Mother-of-three Kelly Leonard claimed four silver medals and two bronzes – and a video of her talking about her pride of wearing the Union Jack went viral.
Now the 44-year-old, who lives in Ellerdine near Telford, says she hopes she inspired others after competing for Team UK in the games in the Netherlands.
The veteran, who is the Royal Wolverhampton NHS Trust’s Clinical Lead in Children’s Therapy Services (Physiotherapy and Occupational Therapy) at The Gem Center in Wednesfield, was vice-captain of the British team.
She said: “Female veterans from other nations have been in contact telling me I inspired them because none of the other wheelchair rugby teams had any girls in them. I hope others now are inspired to have a go.
“Also, an American veteran said to me it was something he never thought he could do, but seeing me made him think that he could do it. I feel my purpose is to get the message out there that there’s nothing you can’t do if you put your mind to it.
“It’s important to look for positives in every situation, because if you struggle to see beyond what you cannot do, life and opportunities can pass you by. There are opportunities out there for everyone – you are not limited, even if you are in a wheelchair.”
And as an added bonus, she got a chance to meet Prince Harry, who founded the Games which were held over April 16 to April 22.
“I got a couple of hugs from him when he was presenting my medals, which was lovely,” she said. “My husband Andy was watching and at one point said ‘Alright, that’s long enough!’
“Prince Harry was great fun – we even tried to push him in the pool! He’s like one of the team and he made sure he took time to speak to people. He wasn’t doing it for the cameras either – that’s how he is, he’s a veteran himself and served 10 years in the military. He really understands and sees the benefits to people’s mental health.”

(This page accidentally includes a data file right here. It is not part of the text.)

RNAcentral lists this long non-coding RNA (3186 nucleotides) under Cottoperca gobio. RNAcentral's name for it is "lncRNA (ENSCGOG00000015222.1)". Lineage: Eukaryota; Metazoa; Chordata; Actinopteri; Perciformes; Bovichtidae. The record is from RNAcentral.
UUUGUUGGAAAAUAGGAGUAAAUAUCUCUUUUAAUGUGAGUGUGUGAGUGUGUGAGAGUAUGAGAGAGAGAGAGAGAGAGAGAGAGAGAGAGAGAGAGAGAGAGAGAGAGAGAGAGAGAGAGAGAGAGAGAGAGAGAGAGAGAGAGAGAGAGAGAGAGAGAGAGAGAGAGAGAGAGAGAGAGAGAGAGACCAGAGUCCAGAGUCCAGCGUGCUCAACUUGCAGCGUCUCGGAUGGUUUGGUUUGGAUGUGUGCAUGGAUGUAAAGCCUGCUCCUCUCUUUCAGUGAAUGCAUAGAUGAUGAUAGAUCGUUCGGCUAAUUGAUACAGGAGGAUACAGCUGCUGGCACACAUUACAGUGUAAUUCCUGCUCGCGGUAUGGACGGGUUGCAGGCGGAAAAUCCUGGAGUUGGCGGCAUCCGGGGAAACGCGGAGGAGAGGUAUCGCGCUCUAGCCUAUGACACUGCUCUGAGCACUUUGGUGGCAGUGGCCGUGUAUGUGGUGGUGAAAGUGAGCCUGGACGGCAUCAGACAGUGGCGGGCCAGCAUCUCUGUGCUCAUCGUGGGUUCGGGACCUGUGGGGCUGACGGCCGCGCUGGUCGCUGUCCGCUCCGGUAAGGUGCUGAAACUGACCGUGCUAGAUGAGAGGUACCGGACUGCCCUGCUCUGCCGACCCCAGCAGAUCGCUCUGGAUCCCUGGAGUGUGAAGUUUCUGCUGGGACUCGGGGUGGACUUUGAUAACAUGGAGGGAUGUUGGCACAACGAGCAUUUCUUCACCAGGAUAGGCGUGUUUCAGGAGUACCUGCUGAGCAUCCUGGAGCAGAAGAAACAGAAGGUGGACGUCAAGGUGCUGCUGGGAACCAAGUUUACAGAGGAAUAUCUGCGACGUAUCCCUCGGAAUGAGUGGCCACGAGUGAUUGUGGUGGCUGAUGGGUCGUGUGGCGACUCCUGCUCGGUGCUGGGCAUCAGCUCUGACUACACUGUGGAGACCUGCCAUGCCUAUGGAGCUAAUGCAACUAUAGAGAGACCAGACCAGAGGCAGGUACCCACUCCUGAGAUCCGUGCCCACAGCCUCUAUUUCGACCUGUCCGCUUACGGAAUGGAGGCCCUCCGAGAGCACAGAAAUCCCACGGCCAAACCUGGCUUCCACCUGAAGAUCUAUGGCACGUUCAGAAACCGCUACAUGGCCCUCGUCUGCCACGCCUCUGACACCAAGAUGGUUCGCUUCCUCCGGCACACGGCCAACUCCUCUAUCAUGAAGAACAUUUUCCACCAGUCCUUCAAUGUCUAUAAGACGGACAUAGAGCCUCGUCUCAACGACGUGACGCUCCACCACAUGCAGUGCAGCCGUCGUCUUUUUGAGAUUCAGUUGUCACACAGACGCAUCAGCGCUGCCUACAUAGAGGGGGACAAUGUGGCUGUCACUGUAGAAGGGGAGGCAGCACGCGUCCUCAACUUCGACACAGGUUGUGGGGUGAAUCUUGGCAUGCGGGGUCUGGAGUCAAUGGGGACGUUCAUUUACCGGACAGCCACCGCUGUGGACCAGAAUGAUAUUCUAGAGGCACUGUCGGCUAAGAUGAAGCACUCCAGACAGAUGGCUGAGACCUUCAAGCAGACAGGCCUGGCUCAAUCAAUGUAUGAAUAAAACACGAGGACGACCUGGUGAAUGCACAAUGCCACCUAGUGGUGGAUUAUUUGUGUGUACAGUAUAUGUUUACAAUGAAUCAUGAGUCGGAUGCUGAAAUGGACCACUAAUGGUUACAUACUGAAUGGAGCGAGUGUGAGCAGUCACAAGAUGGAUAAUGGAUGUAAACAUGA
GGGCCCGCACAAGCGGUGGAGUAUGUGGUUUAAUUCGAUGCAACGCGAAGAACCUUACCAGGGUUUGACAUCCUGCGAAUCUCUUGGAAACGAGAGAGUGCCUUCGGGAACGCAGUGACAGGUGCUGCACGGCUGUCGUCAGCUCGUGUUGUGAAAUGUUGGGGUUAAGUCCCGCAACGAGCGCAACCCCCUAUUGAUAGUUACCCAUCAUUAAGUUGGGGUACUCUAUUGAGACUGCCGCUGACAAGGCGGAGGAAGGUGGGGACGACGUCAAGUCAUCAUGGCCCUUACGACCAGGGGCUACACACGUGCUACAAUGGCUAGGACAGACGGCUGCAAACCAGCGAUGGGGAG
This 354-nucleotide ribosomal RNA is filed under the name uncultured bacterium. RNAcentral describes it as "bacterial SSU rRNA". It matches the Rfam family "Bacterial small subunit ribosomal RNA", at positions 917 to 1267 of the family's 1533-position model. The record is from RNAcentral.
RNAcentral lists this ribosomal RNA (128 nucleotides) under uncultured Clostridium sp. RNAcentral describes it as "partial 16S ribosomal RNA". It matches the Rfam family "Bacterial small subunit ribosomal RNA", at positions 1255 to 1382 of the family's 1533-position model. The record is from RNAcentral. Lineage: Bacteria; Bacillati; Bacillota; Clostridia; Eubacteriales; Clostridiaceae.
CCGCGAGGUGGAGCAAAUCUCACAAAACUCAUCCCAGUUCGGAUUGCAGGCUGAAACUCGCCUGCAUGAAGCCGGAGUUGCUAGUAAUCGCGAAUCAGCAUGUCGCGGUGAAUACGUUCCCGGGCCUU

The mother-of-three said she was still “trying to process it” and said to have the opportunity was “overwhelming” as she praised the spirit of togetherness, unity and compassion in the games.
“Certain things really stuck with me. In the wheelchair rugby, we played the Italians, who had never really played before so had been learning the rules on the way to the game, so it was really about trying to bring them on rather than annihilate them,” he said.
“Then we played Canada in wheelchair basketball. One of their players was terminally ill and their coach was hell bent on him scoring a basket. During our game, he was the only one who scored and ALL of the players and coaches celebrated with him on the court, which was really nice and so heartwarming.
The veteran was one of 61 participants from Team UK and almost lost her foot in a horrific motorbike accident in July 2020. Although her limb was re-attached, she lost the talus (lower ankle joint) and so doesn’t have a workable ankle joint.
This means she walks with a limp and suffers with arthritis, sometimes needing a crutch, while prospects indicate she might still have to have the foot amputated.
But still retaining a fierce desire to compete, the 44-year-old, who once competed for Wales in springboard diving and several sports at county level, was introduced to the Invictus Games concept by the 2018 Team UK captain Mark ‘Dot’ Perkins.
In The Hague, during the competition, she won three silvers in swimming – in the 50 meter freestyle, 50 meter breaststroke and 50 meter backstroke – and in the wheelchair rugby, while her bronze medals came in the one-minute rowing and wheelchair basketball.
“It’s something I never thought would never happen to me again. So to combine the honor of representing my country and participate in sports I never thought I’d get to do is incredible,” she said.
And as vice-captain, she was keen to engage with the rest of the team as much as possible, and was delighted to be able to join them on days when she wasn’t competing herself in the week-long extravaganza.
“It was really good to have a couple of days where I could get out and support the rest of the team,” she said. “It was just lovely to join parents, friends and family of the team who were there to support us and support each other.”
In the video which went viral, the mother-of-three talks about making her three sons proud of her and, judging from the welcome she received when she got home, they all were!
“When I got home, I got huge hugs from them and there were a few tears from them and me,” she said. “They wanted to try on my medals and see how heavy they are, even though they were just proud of me doing the events and doing my best rather than winning the medals.”